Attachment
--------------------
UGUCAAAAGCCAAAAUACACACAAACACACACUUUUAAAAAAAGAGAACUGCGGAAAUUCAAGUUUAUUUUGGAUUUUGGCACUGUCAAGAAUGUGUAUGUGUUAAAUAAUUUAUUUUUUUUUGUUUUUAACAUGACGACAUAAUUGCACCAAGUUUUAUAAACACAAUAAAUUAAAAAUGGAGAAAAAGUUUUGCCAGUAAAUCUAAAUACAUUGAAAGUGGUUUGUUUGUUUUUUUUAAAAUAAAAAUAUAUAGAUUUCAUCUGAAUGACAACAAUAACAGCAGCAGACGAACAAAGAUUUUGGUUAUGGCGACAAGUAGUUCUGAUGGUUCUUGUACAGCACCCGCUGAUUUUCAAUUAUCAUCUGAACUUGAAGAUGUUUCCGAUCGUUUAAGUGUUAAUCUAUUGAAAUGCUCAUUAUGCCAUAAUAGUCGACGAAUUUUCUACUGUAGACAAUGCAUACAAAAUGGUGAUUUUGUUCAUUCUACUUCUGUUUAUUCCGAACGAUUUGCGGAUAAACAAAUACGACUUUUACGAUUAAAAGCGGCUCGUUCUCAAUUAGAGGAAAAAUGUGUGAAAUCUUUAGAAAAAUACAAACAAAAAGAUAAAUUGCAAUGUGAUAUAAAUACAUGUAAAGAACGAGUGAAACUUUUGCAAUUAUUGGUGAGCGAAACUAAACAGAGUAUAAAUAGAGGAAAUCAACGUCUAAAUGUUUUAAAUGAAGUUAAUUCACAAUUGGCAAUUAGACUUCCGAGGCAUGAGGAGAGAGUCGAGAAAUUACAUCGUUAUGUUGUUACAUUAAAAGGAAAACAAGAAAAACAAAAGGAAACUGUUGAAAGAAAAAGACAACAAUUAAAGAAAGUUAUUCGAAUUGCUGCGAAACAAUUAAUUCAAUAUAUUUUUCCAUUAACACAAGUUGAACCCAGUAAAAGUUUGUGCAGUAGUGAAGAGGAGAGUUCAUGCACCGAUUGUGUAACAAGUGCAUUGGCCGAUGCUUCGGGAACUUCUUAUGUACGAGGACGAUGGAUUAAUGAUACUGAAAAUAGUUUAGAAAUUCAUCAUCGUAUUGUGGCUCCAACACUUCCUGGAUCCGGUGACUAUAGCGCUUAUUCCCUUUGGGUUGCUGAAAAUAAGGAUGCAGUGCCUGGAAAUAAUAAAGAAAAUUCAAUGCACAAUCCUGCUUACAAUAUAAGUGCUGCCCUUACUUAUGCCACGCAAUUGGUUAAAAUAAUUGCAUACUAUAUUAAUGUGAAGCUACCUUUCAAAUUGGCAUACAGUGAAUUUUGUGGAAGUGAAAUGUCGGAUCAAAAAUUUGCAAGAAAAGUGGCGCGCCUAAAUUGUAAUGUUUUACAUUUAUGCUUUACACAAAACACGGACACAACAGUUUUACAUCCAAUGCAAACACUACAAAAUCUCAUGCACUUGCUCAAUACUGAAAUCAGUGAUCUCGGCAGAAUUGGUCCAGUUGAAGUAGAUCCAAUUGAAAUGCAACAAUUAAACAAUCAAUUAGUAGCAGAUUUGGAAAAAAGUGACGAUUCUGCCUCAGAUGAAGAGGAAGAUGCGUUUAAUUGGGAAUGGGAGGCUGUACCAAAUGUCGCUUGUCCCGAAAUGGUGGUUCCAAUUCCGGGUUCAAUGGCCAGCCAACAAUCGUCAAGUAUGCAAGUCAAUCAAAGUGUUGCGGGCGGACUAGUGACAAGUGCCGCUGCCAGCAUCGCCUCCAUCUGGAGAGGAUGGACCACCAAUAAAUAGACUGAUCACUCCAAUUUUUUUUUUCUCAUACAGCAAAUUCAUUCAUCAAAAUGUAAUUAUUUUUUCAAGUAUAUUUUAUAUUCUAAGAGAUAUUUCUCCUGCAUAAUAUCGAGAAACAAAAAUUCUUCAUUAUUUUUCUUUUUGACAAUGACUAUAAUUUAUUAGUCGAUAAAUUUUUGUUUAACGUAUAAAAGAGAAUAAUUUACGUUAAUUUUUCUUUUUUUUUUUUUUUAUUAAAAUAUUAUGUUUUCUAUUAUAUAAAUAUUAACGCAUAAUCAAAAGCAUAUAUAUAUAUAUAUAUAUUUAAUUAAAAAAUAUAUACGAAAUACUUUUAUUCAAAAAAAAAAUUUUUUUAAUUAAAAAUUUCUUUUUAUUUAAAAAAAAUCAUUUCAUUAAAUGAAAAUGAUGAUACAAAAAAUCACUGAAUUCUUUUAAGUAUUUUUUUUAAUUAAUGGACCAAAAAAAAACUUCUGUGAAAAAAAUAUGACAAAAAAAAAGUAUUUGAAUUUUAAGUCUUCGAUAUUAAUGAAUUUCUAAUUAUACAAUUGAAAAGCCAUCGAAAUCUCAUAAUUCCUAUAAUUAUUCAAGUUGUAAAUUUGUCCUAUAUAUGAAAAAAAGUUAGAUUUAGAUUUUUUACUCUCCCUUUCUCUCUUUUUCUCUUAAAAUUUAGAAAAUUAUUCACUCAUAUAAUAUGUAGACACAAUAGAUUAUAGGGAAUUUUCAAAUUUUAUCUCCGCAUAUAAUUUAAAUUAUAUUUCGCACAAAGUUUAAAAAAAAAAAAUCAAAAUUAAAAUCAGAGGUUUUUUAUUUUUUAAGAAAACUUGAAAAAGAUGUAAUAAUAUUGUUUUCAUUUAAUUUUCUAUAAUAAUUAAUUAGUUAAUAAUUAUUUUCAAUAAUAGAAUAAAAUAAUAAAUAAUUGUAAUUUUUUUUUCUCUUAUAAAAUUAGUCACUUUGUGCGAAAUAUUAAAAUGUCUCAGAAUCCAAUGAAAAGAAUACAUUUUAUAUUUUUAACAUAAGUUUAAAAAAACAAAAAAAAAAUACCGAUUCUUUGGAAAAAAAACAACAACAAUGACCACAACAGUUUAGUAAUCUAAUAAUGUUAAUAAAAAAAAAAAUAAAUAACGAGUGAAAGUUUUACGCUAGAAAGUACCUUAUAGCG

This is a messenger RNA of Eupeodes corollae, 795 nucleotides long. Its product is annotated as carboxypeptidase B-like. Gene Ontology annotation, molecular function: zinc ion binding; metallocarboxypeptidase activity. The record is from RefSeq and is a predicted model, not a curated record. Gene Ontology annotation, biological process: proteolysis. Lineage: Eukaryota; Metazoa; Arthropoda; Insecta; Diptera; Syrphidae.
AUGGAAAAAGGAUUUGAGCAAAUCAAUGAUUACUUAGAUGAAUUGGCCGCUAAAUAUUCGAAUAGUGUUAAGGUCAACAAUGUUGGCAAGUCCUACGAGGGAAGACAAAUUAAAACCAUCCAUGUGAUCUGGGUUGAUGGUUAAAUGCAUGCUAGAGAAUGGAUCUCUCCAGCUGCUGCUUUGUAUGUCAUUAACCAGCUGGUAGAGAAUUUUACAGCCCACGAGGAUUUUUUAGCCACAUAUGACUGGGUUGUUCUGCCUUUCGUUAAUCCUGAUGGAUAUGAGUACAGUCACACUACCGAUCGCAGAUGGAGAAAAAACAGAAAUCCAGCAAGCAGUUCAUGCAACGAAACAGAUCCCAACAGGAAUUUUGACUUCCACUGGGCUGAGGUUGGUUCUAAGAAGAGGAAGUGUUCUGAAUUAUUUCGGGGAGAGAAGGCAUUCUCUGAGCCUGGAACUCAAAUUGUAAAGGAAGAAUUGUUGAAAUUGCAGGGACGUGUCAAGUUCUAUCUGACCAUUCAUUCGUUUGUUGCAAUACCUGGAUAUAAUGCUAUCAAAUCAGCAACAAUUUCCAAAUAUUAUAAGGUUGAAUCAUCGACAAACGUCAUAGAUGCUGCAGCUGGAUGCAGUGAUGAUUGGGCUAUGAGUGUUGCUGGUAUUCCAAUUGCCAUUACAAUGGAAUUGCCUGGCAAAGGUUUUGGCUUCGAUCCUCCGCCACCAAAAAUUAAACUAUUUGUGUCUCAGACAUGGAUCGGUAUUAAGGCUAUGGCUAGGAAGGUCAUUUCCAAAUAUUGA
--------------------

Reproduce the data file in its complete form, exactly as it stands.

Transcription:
UGUCAAAAGCCAAAAUACACACAAACACACACUUUUAAAAAAAGAGAACUGCGGAAAUUCAAGUUUAUUUUGGAUUUUGGCACUGUCAAGAAUGUGUAUGUGUUAAAUAAUUUAUUUUUUUUUGUUUUUAACAUGACGACAUAAUUGCACCAAGUUUUAUAAACACAAUAAAUUAAAAAUGGAGAAAAAGUUUUGCCAGUAAAUCUAAAUACAUUGAAAGUGGUUUGUUUGUUUUUUUUAAAAUAAAAAUAUAUAGAUUUCAUCUGAAUGACAACAAUAACAGCAGCAGACGAACAAAGAUUUUGGUUAUGGCGACAAGUAGUUCUGAUGGUUCUUGUACAGCACCCGCUGAUUUUCAAUUAUCAUCUGAACUUGAAGAUGUUUCCGAUCGUUUAAGUGUUAAUCUAUUGAAAUGCUCAUUAUGCCAUAAUAGUCGACGAAUUUUCUACUGUAGACAAUGCAUACAAAAUGGUGAUUUUGUUCAUUCUACUUCUGUUUAUUCCGAACGAUUUGCGGAUAAACAAAUACGACUUUUACGAUUAAAAGCGGCUCGUUCUCAAUUAGAGGAAAAAUGUGUGAAAUCUUUAGAAAAAUACAAACAAAAAGAUAAAUUGCAAUGUGAUAUAAAUACAUGUAAAGAACGAGUGAAACUUUUGCAAUUAUUGGUGAGCGAAACUAAACAGAGUAUAAAUAGAGGAAAUCAACGUCUAAAUGUUUUAAAUGAAGUUAAUUCACAAUUGGCAAUUAGACUUCCGAGGCAUGAGGAGAGAGUCGAGAAAUUACAUCGUUAUGUUGUUACAUUAAAAGGAAAACAAGAAAAACAAAAGGAAACUGUUGAAAGAAAAAGACAACAAUUAAAGAAAGUUAUUCGAAUUGCUGCGAAACAAUUAAUUCAAUAUAUUUUUCCAUUAACACAAGUUGAACCCAGUAAAAGUUUGUGCAGUAGUGAAGAGGAGAGUUCAUGCACCGAUUGUGUAACAAGUGCAUUGGCCGAUGCUUCGGGAACUUCUUAUGUACGAGGACGAUGGAUUAAUGAUACUGAAAAUAGUUUAGAAAUUCAUCAUCGUAUUGUGGCUCCAACACUUCCUGGAUCCGGUGACUAUAGCGCUUAUUCCCUUUGGGUUGCUGAAAAUAAGGAUGCAGUGCCUGGAAAUAAUAAAGAAAAUUCAAUGCACAAUCCUGCUUACAAUAUAAGUGCUGCCCUUACUUAUGCCACGCAAUUGGUUAAAAUAAUUGCAUACUAUAUUAAUGUGAAGCUACCUUUCAAAUUGGCAUACAGUGAAUUUUGUGGAAGUGAAAUGUCGGAUCAAAAAUUUGCAAGAAAAGUGGCGCGCCUAAAUUGUAAUGUUUUACAUUUAUGCUUUACACAAAACACGGACACAACAGUUUUACAUCCAAUGCAAACACUACAAAAUCUCAUGCACUUGCUCAAUACUGAAAUCAGUGAUCUCGGCAGAAUUGGUCCAGUUGAAGUAGAUCCAAUUGAAAUGCAACAAUUAAACAAUCAAUUAGUAGCAGAUUUGGAAAAAAGUGACGAUUCUGCCUCAGAUGAAGAGGAAGAUGCGUUUAAUUGGGAAUGGGAGGCUGUACCAAAUGUCGCUUGUCCCGAAAUGGUGGUUCCAAUUCCGGGUUCAAUGGCCAGCCAACAAUCGUCAAGUAUGCAAGUCAAUCAAAGUGUUGCGGGCGGACUAGUGACAAGUGCCGCUGCCAGCAUCGCCUCCAUCUGGAGAGGAUGGACCACCAAUAAAUAGACUGAUCACUCCAAUUUUUUUUUUCUCAUACAGCAAAUUCAUUCAUCAAAAUGUAAUUAUUUUUUCAAGUAUAUUUUAUAUUCUAAGAGAUAUUUCUCCUGCAUAAUAUCGAGAAACAAAAAUUCUUCAUUAUUUUUCUUUUUGACAAUGACUAUAAUUUAUUAGUCGAUAAAUUUUUGUUUAACGUAUAAAAGAGAAUAAUUUACGUUAAUUUUUCUUUUUUUUUUUUUUUAUUAAAAUAUUAUGUUUUCUAUUAUAUAAAUAUUAACGCAUAAUCAAAAGCAUAUAUAUAUAUAUAUAUAUUUAAUUAAAAAAUAUAUACGAAAUACUUUUAUUCAAAAAAAAAAUUUUUUUAAUUAAAAAUUUCUUUUUAUUUAAAAAAAAUCAUUUCAUUAAAUGAAAAUGAUGAUACAAAAAAUCACUGAAUUCUUUUAAGUAUUUUUUUUAAUUAAUGGACCAAAAAAAAACUUCUGUGAAAAAAAUAUGACAAAAAAAAAGUAUUUGAAUUUUAAGUCUUCGAUAUUAAUGAAUUUCUAAUUAUACAAUUGAAAAGCCAUCGAAAUCUCAUAAUUCCUAUAAUUAUUCAAGUUGUAAAUUUGUCCUAUAUAUGAAAAAAAGUUAGAUUUAGAUUUUUUACUCUCCCUUUCUCUCUUUUUCUCUUAAAAUUUAGAAAAUUAUUCACUCAUAUAAUAUGUAGACACAAUAGAUUAUAGGGAAUUUUCAAAUUUUAUCUCCGCAUAUAAUUUAAAUUAUAUUUCGCACAAAGUUUAAAAAAAAAAAAUCAAAAUUAAAAUCAGAGGUUUUUUAUUUUUUAAGAAAACUUGAAAAAGAUGUAAUAAUAUUGUUUUCAUUUAAUUUUCUAUAAUAAUUAAUUAGUUAAUAAUUAUUUUCAAUAAUAGAAUAAAAUAAUAAAUAAUUGUAAUUUUUUUUUCUCUUAUAAAAUUAGUCACUUUGUGCGAAAUAUUAAAAUGUCUCAGAAUCCAAUGAAAAGAAUACAUUUUAUAUUUUUAACAUAAGUUUAAAAAAACAAAAAAAAAAUACCGAUUCUUUGGAAAAAAAACAACAACAAUGACCACAACAGUUUAGUAAUCUAAUAAUGUUAAUAAAAAAAAAAAUAAAUAACGAGUGAAAGUUUUACGCUAGAAAGUACCUUAUAGCG

This is a messenger RNA of Eupeodes corollae, 795 nucleotides long. Its product is annotated as carboxypeptidase B-like. Gene Ontology annotation, molecular function: zinc ion binding; metallocarboxypeptidase activity. The record is from RefSeq and is a predicted model, not a curated record. Gene Ontology annotation, biological process: proteolysis. Lineage: Eukaryota; Metazoa; Arthropoda; Insecta; Diptera; Syrphidae.
AUGGAAAAAGGAUUUGAGCAAAUCAAUGAUUACUUAGAUGAAUUGGCCGCUAAAUAUUCGAAUAGUGUUAAGGUCAACAAUGUUGGCAAGUCCUACGAGGGAAGACAAAUUAAAACCAUCCAUGUGAUCUGGGUUGAUGGUUAAAUGCAUGCUAGAGAAUGGAUCUCUCCAGCUGCUGCUUUGUAUGUCAUUAACCAGCUGGUAGAGAAUUUUACAGCCCACGAGGAUUUUUUAGCCACAUAUGACUGGGUUGUUCUGCCUUUCGUUAAUCCUGAUGGAUAUGAGUACAGUCACACUACCGAUCGCAGAUGGAGAAAAAACAGAAAUCCAGCAAGCAGUUCAUGCAACGAAACAGAUCCCAACAGGAAUUUUGACUUCCACUGGGCUGAGGUUGGUUCUAAGAAGAGGAAGUGUUCUGAAUUAUUUCGGGGAGAGAAGGCAUUCUCUGAGCCUGGAACUCAAAUUGUAAAGGAAGAAUUGUUGAAAUUGCAGGGACGUGUCAAGUUCUAUCUGACCAUUCAUUCGUUUGUUGCAAUACCUGGAUAUAAUGCUAUCAAAUCAGCAACAAUUUCCAAAUAUUAUAAGGUUGAAUCAUCGACAAACGUCAUAGAUGCUGCAGCUGGAUGCAGUGAUGAUUGGGCUAUGAGUGUUGCUGGUAUUCCAAUUGCCAUUACAAUGGAAUUGCCUGGCAAAGGUUUUGGCUUCGAUCCUCCGCCACCAAAAAUUAAACUAUUUGUGUCUCAGACAUGGAUCGGUAUUAAGGCUAUGGCUAGGAAGGUCAUUUCCAAAUAUUGA